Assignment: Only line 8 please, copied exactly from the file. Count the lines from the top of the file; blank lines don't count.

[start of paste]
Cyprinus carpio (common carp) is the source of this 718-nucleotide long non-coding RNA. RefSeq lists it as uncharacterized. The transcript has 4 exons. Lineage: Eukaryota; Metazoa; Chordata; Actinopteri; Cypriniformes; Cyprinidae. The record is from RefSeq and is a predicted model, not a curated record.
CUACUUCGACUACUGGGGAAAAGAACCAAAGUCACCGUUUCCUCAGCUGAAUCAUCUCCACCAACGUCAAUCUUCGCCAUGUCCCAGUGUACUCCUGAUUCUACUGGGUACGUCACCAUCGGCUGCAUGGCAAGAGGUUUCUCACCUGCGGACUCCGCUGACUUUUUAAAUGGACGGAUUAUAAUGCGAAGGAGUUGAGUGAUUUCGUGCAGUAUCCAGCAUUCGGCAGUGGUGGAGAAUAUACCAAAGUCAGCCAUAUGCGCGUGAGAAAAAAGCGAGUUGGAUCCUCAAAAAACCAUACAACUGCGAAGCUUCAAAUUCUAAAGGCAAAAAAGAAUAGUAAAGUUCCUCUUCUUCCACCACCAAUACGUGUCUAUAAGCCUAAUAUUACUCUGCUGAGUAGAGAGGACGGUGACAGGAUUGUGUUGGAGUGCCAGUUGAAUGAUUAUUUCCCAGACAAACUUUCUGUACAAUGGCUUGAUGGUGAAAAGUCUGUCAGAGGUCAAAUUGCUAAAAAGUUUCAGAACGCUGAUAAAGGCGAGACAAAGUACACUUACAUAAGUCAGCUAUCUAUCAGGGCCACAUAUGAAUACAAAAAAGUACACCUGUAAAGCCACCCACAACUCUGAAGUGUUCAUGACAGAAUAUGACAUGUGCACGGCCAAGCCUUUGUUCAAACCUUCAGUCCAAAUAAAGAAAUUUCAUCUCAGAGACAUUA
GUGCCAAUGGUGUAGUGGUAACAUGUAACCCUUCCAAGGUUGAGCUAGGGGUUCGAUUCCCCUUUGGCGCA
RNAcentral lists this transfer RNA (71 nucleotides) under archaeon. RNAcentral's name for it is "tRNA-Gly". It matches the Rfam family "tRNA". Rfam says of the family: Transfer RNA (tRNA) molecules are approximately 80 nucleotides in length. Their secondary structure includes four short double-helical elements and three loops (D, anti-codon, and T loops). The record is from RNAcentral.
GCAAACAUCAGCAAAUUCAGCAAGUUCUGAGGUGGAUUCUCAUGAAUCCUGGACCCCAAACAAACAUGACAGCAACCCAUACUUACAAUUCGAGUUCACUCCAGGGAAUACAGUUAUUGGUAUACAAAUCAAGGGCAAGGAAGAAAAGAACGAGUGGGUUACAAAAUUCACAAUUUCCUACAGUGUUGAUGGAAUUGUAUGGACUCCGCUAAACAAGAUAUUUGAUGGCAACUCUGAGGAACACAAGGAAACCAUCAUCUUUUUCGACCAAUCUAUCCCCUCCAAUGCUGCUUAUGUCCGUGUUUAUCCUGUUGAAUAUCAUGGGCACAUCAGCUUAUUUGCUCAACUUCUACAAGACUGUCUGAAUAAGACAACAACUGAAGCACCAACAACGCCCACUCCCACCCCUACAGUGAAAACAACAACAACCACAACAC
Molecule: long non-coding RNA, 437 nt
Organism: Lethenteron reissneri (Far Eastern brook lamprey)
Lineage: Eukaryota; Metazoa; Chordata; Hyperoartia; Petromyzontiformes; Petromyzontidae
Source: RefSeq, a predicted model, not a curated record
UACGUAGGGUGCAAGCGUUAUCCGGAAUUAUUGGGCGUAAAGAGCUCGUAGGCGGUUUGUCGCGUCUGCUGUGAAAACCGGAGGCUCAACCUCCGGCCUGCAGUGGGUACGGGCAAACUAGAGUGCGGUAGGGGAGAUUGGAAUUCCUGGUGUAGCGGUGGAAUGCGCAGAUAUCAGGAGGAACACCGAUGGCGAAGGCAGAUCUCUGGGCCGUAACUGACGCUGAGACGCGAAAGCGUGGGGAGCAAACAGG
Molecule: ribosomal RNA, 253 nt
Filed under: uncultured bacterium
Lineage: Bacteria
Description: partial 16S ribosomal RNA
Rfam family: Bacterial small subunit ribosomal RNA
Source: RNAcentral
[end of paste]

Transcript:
Lineage: Eukaryota; Metazoa; Chordata; Hyperoartia; Petromyzontiformes; Petromyzontidae